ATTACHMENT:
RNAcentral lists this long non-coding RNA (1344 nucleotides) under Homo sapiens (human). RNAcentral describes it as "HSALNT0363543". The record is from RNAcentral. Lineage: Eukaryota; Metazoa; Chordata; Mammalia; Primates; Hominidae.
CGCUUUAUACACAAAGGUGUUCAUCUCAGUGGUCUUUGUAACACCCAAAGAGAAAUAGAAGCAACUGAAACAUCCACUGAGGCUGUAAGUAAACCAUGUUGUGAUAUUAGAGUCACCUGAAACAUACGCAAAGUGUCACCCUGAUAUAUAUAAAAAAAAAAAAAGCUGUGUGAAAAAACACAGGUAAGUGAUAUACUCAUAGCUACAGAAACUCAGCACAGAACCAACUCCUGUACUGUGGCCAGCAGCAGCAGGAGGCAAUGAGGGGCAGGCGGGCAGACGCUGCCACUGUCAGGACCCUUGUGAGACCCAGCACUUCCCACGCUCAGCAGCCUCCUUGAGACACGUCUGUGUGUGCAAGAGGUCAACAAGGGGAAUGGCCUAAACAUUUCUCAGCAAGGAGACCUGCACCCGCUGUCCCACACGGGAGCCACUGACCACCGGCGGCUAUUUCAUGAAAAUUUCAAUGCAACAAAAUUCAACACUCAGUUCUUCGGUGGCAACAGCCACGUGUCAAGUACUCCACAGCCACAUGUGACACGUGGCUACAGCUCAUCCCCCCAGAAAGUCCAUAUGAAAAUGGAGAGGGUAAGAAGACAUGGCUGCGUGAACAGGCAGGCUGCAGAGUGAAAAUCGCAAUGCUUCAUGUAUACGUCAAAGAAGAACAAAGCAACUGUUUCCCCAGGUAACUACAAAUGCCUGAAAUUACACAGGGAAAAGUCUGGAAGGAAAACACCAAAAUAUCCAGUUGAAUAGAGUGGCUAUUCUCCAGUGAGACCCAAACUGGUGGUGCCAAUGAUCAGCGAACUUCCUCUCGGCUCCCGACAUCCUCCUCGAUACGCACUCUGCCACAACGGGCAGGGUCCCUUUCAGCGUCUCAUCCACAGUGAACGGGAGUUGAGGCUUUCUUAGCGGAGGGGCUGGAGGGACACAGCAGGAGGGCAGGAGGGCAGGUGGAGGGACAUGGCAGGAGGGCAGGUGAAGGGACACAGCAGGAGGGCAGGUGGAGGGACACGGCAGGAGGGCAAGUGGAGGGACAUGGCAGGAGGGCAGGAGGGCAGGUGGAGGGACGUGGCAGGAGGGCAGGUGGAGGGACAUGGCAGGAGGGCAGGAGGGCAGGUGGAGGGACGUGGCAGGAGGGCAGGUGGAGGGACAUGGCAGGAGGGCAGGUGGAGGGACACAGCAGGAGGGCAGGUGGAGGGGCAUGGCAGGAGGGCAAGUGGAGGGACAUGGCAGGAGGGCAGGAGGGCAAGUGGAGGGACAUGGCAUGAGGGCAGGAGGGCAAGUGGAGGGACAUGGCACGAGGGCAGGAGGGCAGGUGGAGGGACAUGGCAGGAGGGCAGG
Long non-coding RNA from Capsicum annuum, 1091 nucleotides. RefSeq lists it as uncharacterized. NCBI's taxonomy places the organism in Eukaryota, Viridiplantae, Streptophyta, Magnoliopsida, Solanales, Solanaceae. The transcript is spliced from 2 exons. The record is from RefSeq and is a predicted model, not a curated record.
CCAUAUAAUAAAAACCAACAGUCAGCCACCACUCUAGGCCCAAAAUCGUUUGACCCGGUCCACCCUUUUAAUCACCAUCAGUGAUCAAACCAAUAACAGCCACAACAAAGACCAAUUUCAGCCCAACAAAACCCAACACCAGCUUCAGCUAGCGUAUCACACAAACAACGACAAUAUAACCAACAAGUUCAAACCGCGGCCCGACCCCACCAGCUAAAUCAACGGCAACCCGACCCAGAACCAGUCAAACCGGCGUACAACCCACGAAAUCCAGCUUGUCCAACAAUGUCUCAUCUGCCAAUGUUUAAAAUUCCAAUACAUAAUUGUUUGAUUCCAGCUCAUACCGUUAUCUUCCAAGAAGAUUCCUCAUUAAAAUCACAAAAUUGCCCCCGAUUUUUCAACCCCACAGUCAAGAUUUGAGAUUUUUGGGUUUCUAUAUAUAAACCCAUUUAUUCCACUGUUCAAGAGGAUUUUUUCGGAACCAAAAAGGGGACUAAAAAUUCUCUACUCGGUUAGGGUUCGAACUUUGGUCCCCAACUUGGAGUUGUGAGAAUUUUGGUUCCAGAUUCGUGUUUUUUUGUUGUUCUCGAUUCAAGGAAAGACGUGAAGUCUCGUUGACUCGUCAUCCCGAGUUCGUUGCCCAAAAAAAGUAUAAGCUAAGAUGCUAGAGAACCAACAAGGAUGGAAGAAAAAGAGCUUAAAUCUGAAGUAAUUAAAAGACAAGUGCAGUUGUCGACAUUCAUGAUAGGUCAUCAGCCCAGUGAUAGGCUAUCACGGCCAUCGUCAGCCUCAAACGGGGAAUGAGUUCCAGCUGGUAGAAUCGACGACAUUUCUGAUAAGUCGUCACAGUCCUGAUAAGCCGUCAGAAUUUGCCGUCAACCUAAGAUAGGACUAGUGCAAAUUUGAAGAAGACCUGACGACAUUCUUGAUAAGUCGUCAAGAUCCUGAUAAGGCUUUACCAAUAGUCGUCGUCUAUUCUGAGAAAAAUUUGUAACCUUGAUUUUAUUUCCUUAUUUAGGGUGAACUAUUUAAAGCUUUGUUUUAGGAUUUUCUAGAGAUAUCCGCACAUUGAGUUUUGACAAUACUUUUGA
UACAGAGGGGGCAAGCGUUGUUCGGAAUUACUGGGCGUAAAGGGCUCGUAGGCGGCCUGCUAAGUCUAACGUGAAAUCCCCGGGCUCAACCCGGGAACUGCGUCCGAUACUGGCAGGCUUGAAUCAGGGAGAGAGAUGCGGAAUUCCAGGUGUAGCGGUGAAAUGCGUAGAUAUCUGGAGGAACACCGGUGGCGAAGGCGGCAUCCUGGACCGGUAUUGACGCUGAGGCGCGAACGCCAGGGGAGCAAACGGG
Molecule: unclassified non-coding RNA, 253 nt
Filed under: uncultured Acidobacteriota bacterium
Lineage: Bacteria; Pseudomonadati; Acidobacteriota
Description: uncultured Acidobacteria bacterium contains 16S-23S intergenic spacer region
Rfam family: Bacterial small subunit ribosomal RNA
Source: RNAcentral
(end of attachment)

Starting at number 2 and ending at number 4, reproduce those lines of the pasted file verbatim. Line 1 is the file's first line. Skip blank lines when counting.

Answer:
CGCUUUAUACACAAAGGUGUUCAUCUCAGUGGUCUUUGUAACACCCAAAGAGAAAUAGAAGCAACUGAAACAUCCACUGAGGCUGUAAGUAAACCAUGUUGUGAUAUUAGAGUCACCUGAAACAUACGCAAAGUGUCACCCUGAUAUAUAUAAAAAAAAAAAAAGCUGUGUGAAAAAACACAGGUAAGUGAUAUACUCAUAGCUACAGAAACUCAGCACAGAACCAACUCCUGUACUGUGGCCAGCAGCAGCAGGAGGCAAUGAGGGGCAGGCGGGCAGACGCUGCCACUGUCAGGACCCUUGUGAGACCCAGCACUUCCCACGCUCAGCAGCCUCCUUGAGACACGUCUGUGUGUGCAAGAGGUCAACAAGGGGAAUGGCCUAAACAUUUCUCAGCAAGGAGACCUGCACCCGCUGUCCCACACGGGAGCCACUGACCACCGGCGGCUAUUUCAUGAAAAUUUCAAUGCAACAAAAUUCAACACUCAGUUCUUCGGUGGCAACAGCCACGUGUCAAGUACUCCACAGCCACAUGUGACACGUGGCUACAGCUCAUCCCCCCAGAAAGUCCAUAUGAAAAUGGAGAGGGUAAGAAGACAUGGCUGCGUGAACAGGCAGGCUGCAGAGUGAAAAUCGCAAUGCUUCAUGUAUACGUCAAAGAAGAACAAAGCAACUGUUUCCCCAGGUAACUACAAAUGCCUGAAAUUACACAGGGAAAAGUCUGGAAGGAAAACACCAAAAUAUCCAGUUGAAUAGAGUGGCUAUUCUCCAGUGAGACCCAAACUGGUGGUGCCAAUGAUCAGCGAACUUCCUCUCGGCUCCCGACAUCCUCCUCGAUACGCACUCUGCCACAACGGGCAGGGUCCCUUUCAGCGUCUCAUCCACAGUGAACGGGAGUUGAGGCUUUCUUAGCGGAGGGGCUGGAGGGACACAGCAGGAGGGCAGGAGGGCAGGUGGAGGGACAUGGCAGGAGGGCAGGUGAAGGGACACAGCAGGAGGGCAGGUGGAGGGACACGGCAGGAGGGCAAGUGGAGGGACAUGGCAGGAGGGCAGGAGGGCAGGUGGAGGGACGUGGCAGGAGGGCAGGUGGAGGGACAUGGCAGGAGGGCAGGAGGGCAGGUGGAGGGACGUGGCAGGAGGGCAGGUGGAGGGACAUGGCAGGAGGGCAGGUGGAGGGACACAGCAGGAGGGCAGGUGGAGGGGCAUGGCAGGAGGGCAAGUGGAGGGACAUGGCAGGAGGGCAGGAGGGCAAGUGGAGGGACAUGGCAUGAGGGCAGGAGGGCAAGUGGAGGGACAUGGCACGAGGGCAGGAGGGCAGGUGGAGGGACAUGGCAGGAGGGCAGG
Long non-coding RNA from Capsicum annuum, 1091 nucleotides. RefSeq lists it as uncharacterized. NCBI's taxonomy places the organism in Eukaryota, Viridiplantae, Streptophyta, Magnoliopsida, Solanales, Solanaceae. The transcript is spliced from 2 exons. The record is from RefSeq and is a predicted model, not a curated record.
CCAUAUAAUAAAAACCAACAGUCAGCCACCACUCUAGGCCCAAAAUCGUUUGACCCGGUCCACCCUUUUAAUCACCAUCAGUGAUCAAACCAAUAACAGCCACAACAAAGACCAAUUUCAGCCCAACAAAACCCAACACCAGCUUCAGCUAGCGUAUCACACAAACAACGACAAUAUAACCAACAAGUUCAAACCGCGGCCCGACCCCACCAGCUAAAUCAACGGCAACCCGACCCAGAACCAGUCAAACCGGCGUACAACCCACGAAAUCCAGCUUGUCCAACAAUGUCUCAUCUGCCAAUGUUUAAAAUUCCAAUACAUAAUUGUUUGAUUCCAGCUCAUACCGUUAUCUUCCAAGAAGAUUCCUCAUUAAAAUCACAAAAUUGCCCCCGAUUUUUCAACCCCACAGUCAAGAUUUGAGAUUUUUGGGUUUCUAUAUAUAAACCCAUUUAUUCCACUGUUCAAGAGGAUUUUUUCGGAACCAAAAAGGGGACUAAAAAUUCUCUACUCGGUUAGGGUUCGAACUUUGGUCCCCAACUUGGAGUUGUGAGAAUUUUGGUUCCAGAUUCGUGUUUUUUUGUUGUUCUCGAUUCAAGGAAAGACGUGAAGUCUCGUUGACUCGUCAUCCCGAGUUCGUUGCCCAAAAAAAGUAUAAGCUAAGAUGCUAGAGAACCAACAAGGAUGGAAGAAAAAGAGCUUAAAUCUGAAGUAAUUAAAAGACAAGUGCAGUUGUCGACAUUCAUGAUAGGUCAUCAGCCCAGUGAUAGGCUAUCACGGCCAUCGUCAGCCUCAAACGGGGAAUGAGUUCCAGCUGGUAGAAUCGACGACAUUUCUGAUAAGUCGUCACAGUCCUGAUAAGCCGUCAGAAUUUGCCGUCAACCUAAGAUAGGACUAGUGCAAAUUUGAAGAAGACCUGACGACAUUCUUGAUAAGUCGUCAAGAUCCUGAUAAGGCUUUACCAAUAGUCGUCGUCUAUUCUGAGAAAAAUUUGUAACCUUGAUUUUAUUUCCUUAUUUAGGGUGAACUAUUUAAAGCUUUGUUUUAGGAUUUUCUAGAGAUAUCCGCACAUUGAGUUUUGACAAUACUUUUGA